|User’s votes are weighted by their contribution to the site (log10 contribution). In addition, the user who created the observation gets an extra vote.|
|I’d Call It That||3.0||5.37||1||(AmatoxinApocalypse)|
sum(score * weight) /
(total weight + 1)
If you have regular tincture of iodine, this might work like Melzer’s. If you find something common from subgenus Lepidella like flavoconia or bisporigera or a rubescens-like taxon or a lepidella, you could try for a spore print, scrape some of the spores into a pile (make it big enough to see) on a piece of glass or pale colored glazed pottery and see if the tincture of iodine will turn the pile of spores dark black or blue black. If this works for you, you can do this kind of a test to check amyloidity of spores without having Melzer’s.
If you try this, let us know what the reaction was like via a pic of the darkened spore pile. It’s curious, but I’ve suggested this many times; and no one has ever shown me a picture of the result. Also curious is that with Melzer’s at hand, I’ve never tried tincture of iodine myself and haven’t had any in the house for years.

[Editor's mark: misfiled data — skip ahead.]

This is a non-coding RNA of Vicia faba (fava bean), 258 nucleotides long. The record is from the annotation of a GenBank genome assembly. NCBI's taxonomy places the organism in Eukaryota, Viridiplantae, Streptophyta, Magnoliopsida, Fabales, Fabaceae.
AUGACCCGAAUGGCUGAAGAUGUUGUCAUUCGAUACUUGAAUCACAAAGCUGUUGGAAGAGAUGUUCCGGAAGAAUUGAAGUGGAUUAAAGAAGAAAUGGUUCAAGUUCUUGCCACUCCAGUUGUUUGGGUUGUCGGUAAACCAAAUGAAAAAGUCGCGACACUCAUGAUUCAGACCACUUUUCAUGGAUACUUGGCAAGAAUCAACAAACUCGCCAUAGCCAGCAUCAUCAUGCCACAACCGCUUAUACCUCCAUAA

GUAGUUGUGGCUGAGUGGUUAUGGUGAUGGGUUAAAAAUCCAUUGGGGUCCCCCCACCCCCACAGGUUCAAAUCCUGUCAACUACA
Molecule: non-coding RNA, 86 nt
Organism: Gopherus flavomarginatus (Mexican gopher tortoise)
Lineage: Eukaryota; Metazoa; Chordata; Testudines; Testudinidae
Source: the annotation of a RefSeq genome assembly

No I do not, KOH reaction was negative though
Pictured here is the smallest one, I found two growing close to each other. The larger one was badly bug eaten so I had to dispose of it, the one pictured was taken home and allowed to mature a bit. I placed the small specimen in a sealed mason jar for a day and it has grown a good bit, now I am drying it. I tried to get the dirt from the cap with a small brush but only got some of it.
Upon maturing some there is an area in the center of the cap that is depressed.
Do you have Melzer’s?
Created: 2012-05-21 10:23:14 PDT (-0700)
Last modified: 2012-05-21 18:05:02 PDT (-0700)
Viewed: 62 times, last viewed: 2016-10-27 00:34:11 PDT (-0700)